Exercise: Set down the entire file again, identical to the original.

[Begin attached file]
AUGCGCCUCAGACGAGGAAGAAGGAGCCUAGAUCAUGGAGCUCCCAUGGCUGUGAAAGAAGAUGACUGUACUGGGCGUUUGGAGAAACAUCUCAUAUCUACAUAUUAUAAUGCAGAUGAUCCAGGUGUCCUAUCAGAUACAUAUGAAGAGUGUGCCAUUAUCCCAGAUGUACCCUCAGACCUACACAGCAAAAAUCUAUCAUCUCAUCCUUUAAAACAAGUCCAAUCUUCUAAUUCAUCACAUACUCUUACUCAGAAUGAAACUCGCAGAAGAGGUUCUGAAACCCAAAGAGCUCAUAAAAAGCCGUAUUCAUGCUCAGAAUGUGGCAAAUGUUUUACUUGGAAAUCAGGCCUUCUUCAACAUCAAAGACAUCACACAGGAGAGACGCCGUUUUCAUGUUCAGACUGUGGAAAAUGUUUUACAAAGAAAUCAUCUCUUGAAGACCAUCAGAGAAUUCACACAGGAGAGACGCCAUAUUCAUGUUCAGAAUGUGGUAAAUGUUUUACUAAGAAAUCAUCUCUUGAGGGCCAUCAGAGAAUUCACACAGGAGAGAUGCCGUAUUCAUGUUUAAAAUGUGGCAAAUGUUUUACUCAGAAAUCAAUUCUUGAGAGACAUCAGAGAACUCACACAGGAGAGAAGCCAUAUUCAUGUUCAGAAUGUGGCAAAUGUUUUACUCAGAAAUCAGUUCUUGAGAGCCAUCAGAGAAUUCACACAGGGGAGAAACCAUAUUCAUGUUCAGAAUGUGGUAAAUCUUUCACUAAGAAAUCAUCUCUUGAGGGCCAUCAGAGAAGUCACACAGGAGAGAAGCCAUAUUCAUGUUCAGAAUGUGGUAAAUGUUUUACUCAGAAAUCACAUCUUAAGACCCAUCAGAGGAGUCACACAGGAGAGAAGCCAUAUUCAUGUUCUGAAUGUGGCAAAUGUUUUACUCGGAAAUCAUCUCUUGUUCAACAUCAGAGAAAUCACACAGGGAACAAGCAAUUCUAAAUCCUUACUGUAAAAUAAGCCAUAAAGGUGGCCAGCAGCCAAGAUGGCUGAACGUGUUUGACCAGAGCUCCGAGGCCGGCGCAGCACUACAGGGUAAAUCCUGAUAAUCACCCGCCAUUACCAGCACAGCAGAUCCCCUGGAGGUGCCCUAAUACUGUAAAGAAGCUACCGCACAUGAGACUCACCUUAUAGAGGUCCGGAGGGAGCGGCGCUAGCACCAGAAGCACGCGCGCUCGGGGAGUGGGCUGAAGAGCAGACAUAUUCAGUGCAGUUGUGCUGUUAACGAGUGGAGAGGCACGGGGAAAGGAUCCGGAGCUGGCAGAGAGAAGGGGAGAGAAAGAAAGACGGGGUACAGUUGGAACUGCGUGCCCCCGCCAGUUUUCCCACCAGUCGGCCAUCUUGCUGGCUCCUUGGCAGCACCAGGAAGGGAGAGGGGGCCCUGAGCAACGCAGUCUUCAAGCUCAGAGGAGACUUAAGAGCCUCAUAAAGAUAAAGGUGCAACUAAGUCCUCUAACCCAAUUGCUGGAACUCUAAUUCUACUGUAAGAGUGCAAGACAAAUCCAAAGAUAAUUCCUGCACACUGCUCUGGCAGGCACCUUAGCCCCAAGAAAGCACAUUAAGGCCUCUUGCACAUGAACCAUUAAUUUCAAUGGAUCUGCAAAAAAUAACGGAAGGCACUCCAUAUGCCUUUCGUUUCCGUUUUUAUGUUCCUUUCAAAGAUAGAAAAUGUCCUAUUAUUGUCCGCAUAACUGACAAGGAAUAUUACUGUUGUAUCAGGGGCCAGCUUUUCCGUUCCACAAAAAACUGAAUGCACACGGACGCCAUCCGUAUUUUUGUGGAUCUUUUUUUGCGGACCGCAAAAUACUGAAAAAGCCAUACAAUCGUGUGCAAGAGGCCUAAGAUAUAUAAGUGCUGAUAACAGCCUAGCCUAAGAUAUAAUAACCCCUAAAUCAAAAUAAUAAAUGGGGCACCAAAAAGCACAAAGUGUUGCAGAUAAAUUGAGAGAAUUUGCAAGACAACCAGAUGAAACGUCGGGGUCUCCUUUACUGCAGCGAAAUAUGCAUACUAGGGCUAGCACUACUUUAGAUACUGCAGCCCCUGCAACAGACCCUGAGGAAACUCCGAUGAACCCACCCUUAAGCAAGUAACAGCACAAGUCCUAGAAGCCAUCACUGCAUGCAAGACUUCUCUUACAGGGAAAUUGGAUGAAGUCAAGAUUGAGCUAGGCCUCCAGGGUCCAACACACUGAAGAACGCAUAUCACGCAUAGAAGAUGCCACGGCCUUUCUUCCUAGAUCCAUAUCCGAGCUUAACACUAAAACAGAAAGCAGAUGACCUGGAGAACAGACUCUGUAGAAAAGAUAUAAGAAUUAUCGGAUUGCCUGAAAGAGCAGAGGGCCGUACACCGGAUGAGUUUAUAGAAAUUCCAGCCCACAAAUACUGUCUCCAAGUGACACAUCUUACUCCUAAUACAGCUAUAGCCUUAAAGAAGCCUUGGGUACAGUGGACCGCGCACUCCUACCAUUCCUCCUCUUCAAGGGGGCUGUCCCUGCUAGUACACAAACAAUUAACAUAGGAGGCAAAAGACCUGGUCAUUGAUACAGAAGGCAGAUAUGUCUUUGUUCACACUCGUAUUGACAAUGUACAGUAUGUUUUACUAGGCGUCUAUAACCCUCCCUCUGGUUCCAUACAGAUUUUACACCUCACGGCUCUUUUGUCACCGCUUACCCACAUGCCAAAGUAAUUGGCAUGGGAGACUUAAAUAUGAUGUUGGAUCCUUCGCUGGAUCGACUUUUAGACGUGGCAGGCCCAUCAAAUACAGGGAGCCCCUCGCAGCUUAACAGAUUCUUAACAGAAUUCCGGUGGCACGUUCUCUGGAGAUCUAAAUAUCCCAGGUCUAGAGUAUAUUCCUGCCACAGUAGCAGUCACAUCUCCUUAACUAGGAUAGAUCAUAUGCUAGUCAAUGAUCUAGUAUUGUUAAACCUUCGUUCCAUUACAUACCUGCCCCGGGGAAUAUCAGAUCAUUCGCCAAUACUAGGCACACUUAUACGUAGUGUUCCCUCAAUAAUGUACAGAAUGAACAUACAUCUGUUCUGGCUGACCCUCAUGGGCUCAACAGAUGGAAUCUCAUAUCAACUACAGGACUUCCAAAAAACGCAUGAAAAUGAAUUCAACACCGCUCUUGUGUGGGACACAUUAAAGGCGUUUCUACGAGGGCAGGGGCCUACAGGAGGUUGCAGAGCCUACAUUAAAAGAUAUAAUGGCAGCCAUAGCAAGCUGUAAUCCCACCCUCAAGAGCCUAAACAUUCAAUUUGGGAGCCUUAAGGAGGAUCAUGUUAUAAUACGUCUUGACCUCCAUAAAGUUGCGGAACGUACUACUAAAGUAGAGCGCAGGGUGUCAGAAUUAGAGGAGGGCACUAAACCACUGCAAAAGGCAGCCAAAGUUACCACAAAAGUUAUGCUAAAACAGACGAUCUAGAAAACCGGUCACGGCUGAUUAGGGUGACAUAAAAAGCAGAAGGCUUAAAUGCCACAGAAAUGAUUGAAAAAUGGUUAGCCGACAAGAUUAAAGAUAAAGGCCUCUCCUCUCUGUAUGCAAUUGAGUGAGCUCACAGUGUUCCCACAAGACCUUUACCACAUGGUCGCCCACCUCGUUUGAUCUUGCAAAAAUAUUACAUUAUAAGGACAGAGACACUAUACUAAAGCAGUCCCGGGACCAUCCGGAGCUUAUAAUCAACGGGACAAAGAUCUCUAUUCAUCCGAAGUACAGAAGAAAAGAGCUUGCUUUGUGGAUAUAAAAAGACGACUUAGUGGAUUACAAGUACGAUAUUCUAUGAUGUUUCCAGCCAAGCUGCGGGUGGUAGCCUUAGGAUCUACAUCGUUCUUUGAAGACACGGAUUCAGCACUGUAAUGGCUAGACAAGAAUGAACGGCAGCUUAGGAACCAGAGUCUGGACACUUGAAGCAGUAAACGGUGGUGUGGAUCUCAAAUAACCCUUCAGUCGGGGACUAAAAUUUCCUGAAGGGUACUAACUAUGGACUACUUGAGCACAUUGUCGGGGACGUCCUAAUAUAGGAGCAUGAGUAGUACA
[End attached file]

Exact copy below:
AUGCGCCUCAGACGAGGAAGAAGGAGCCUAGAUCAUGGAGCUCCCAUGGCUGUGAAAGAAGAUGACUGUACUGGGCGUUUGGAGAAACAUCUCAUAUCUACAUAUUAUAAUGCAGAUGAUCCAGGUGUCCUAUCAGAUACAUAUGAAGAGUGUGCCAUUAUCCCAGAUGUACCCUCAGACCUACACAGCAAAAAUCUAUCAUCUCAUCCUUUAAAACAAGUCCAAUCUUCUAAUUCAUCACAUACUCUUACUCAGAAUGAAACUCGCAGAAGAGGUUCUGAAACCCAAAGAGCUCAUAAAAAGCCGUAUUCAUGCUCAGAAUGUGGCAAAUGUUUUACUUGGAAAUCAGGCCUUCUUCAACAUCAAAGACAUCACACAGGAGAGACGCCGUUUUCAUGUUCAGACUGUGGAAAAUGUUUUACAAAGAAAUCAUCUCUUGAAGACCAUCAGAGAAUUCACACAGGAGAGACGCCAUAUUCAUGUUCAGAAUGUGGUAAAUGUUUUACUAAGAAAUCAUCUCUUGAGGGCCAUCAGAGAAUUCACACAGGAGAGAUGCCGUAUUCAUGUUUAAAAUGUGGCAAAUGUUUUACUCAGAAAUCAAUUCUUGAGAGACAUCAGAGAACUCACACAGGAGAGAAGCCAUAUUCAUGUUCAGAAUGUGGCAAAUGUUUUACUCAGAAAUCAGUUCUUGAGAGCCAUCAGAGAAUUCACACAGGGGAGAAACCAUAUUCAUGUUCAGAAUGUGGUAAAUCUUUCACUAAGAAAUCAUCUCUUGAGGGCCAUCAGAGAAGUCACACAGGAGAGAAGCCAUAUUCAUGUUCAGAAUGUGGUAAAUGUUUUACUCAGAAAUCACAUCUUAAGACCCAUCAGAGGAGUCACACAGGAGAGAAGCCAUAUUCAUGUUCUGAAUGUGGCAAAUGUUUUACUCGGAAAUCAUCUCUUGUUCAACAUCAGAGAAAUCACACAGGGAACAAGCAAUUCUAAAUCCUUACUGUAAAAUAAGCCAUAAAGGUGGCCAGCAGCCAAGAUGGCUGAACGUGUUUGACCAGAGCUCCGAGGCCGGCGCAGCACUACAGGGUAAAUCCUGAUAAUCACCCGCCAUUACCAGCACAGCAGAUCCCCUGGAGGUGCCCUAAUACUGUAAAGAAGCUACCGCACAUGAGACUCACCUUAUAGAGGUCCGGAGGGAGCGGCGCUAGCACCAGAAGCACGCGCGCUCGGGGAGUGGGCUGAAGAGCAGACAUAUUCAGUGCAGUUGUGCUGUUAACGAGUGGAGAGGCACGGGGAAAGGAUCCGGAGCUGGCAGAGAGAAGGGGAGAGAAAGAAAGACGGGGUACAGUUGGAACUGCGUGCCCCCGCCAGUUUUCCCACCAGUCGGCCAUCUUGCUGGCUCCUUGGCAGCACCAGGAAGGGAGAGGGGGCCCUGAGCAACGCAGUCUUCAAGCUCAGAGGAGACUUAAGAGCCUCAUAAAGAUAAAGGUGCAACUAAGUCCUCUAACCCAAUUGCUGGAACUCUAAUUCUACUGUAAGAGUGCAAGACAAAUCCAAAGAUAAUUCCUGCACACUGCUCUGGCAGGCACCUUAGCCCCAAGAAAGCACAUUAAGGCCUCUUGCACAUGAACCAUUAAUUUCAAUGGAUCUGCAAAAAAUAACGGAAGGCACUCCAUAUGCCUUUCGUUUCCGUUUUUAUGUUCCUUUCAAAGAUAGAAAAUGUCCUAUUAUUGUCCGCAUAACUGACAAGGAAUAUUACUGUUGUAUCAGGGGCCAGCUUUUCCGUUCCACAAAAAACUGAAUGCACACGGACGCCAUCCGUAUUUUUGUGGAUCUUUUUUUGCGGACCGCAAAAUACUGAAAAAGCCAUACAAUCGUGUGCAAGAGGCCUAAGAUAUAUAAGUGCUGAUAACAGCCUAGCCUAAGAUAUAAUAACCCCUAAAUCAAAAUAAUAAAUGGGGCACCAAAAAGCACAAAGUGUUGCAGAUAAAUUGAGAGAAUUUGCAAGACAACCAGAUGAAACGUCGGGGUCUCCUUUACUGCAGCGAAAUAUGCAUACUAGGGCUAGCACUACUUUAGAUACUGCAGCCCCUGCAACAGACCCUGAGGAAACUCCGAUGAACCCACCCUUAAGCAAGUAACAGCACAAGUCCUAGAAGCCAUCACUGCAUGCAAGACUUCUCUUACAGGGAAAUUGGAUGAAGUCAAGAUUGAGCUAGGCCUCCAGGGUCCAACACACUGAAGAACGCAUAUCACGCAUAGAAGAUGCCACGGCCUUUCUUCCUAGAUCCAUAUCCGAGCUUAACACUAAAACAGAAAGCAGAUGACCUGGAGAACAGACUCUGUAGAAAAGAUAUAAGAAUUAUCGGAUUGCCUGAAAGAGCAGAGGGCCGUACACCGGAUGAGUUUAUAGAAAUUCCAGCCCACAAAUACUGUCUCCAAGUGACACAUCUUACUCCUAAUACAGCUAUAGCCUUAAAGAAGCCUUGGGUACAGUGGACCGCGCACUCCUACCAUUCCUCCUCUUCAAGGGGGCUGUCCCUGCUAGUACACAAACAAUUAACAUAGGAGGCAAAAGACCUGGUCAUUGAUACAGAAGGCAGAUAUGUCUUUGUUCACACUCGUAUUGACAAUGUACAGUAUGUUUUACUAGGCGUCUAUAACCCUCCCUCUGGUUCCAUACAGAUUUUACACCUCACGGCUCUUUUGUCACCGCUUACCCACAUGCCAAAGUAAUUGGCAUGGGAGACUUAAAUAUGAUGUUGGAUCCUUCGCUGGAUCGACUUUUAGACGUGGCAGGCCCAUCAAAUACAGGGAGCCCCUCGCAGCUUAACAGAUUCUUAACAGAAUUCCGGUGGCACGUUCUCUGGAGAUCUAAAUAUCCCAGGUCUAGAGUAUAUUCCUGCCACAGUAGCAGUCACAUCUCCUUAACUAGGAUAGAUCAUAUGCUAGUCAAUGAUCUAGUAUUGUUAAACCUUCGUUCCAUUACAUACCUGCCCCGGGGAAUAUCAGAUCAUUCGCCAAUACUAGGCACACUUAUACGUAGUGUUCCCUCAAUAAUGUACAGAAUGAACAUACAUCUGUUCUGGCUGACCCUCAUGGGCUCAACAGAUGGAAUCUCAUAUCAACUACAGGACUUCCAAAAAACGCAUGAAAAUGAAUUCAACACCGCUCUUGUGUGGGACACAUUAAAGGCGUUUCUACGAGGGCAGGGGCCUACAGGAGGUUGCAGAGCCUACAUUAAAAGAUAUAAUGGCAGCCAUAGCAAGCUGUAAUCCCACCCUCAAGAGCCUAAACAUUCAAUUUGGGAGCCUUAAGGAGGAUCAUGUUAUAAUACGUCUUGACCUCCAUAAAGUUGCGGAACGUACUACUAAAGUAGAGCGCAGGGUGUCAGAAUUAGAGGAGGGCACUAAACCACUGCAAAAGGCAGCCAAAGUUACCACAAAAGUUAUGCUAAAACAGACGAUCUAGAAAACCGGUCACGGCUGAUUAGGGUGACAUAAAAAGCAGAAGGCUUAAAUGCCACAGAAAUGAUUGAAAAAUGGUUAGCCGACAAGAUUAAAGAUAAAGGCCUCUCCUCUCUGUAUGCAAUUGAGUGAGCUCACAGUGUUCCCACAAGACCUUUACCACAUGGUCGCCCACCUCGUUUGAUCUUGCAAAAAUAUUACAUUAUAAGGACAGAGACACUAUACUAAAGCAGUCCCGGGACCAUCCGGAGCUUAUAAUCAACGGGACAAAGAUCUCUAUUCAUCCGAAGUACAGAAGAAAAGAGCUUGCUUUGUGGAUAUAAAAAGACGACUUAGUGGAUUACAAGUACGAUAUUCUAUGAUGUUUCCAGCCAAGCUGCGGGUGGUAGCCUUAGGAUCUACAUCGUUCUUUGAAGACACGGAUUCAGCACUGUAAUGGCUAGACAAGAAUGAACGGCAGCUUAGGAACCAGAGUCUGGACACUUGAAGCAGUAAACGGUGGUGUGGAUCUCAAAUAACCCUUCAGUCGGGGACUAAAAUUUCCUGAAGGGUACUAACUAUGGACUACUUGAGCACAUUGUCGGGGACGUCCUAAUAUAGGAGCAUGAGUAGUACA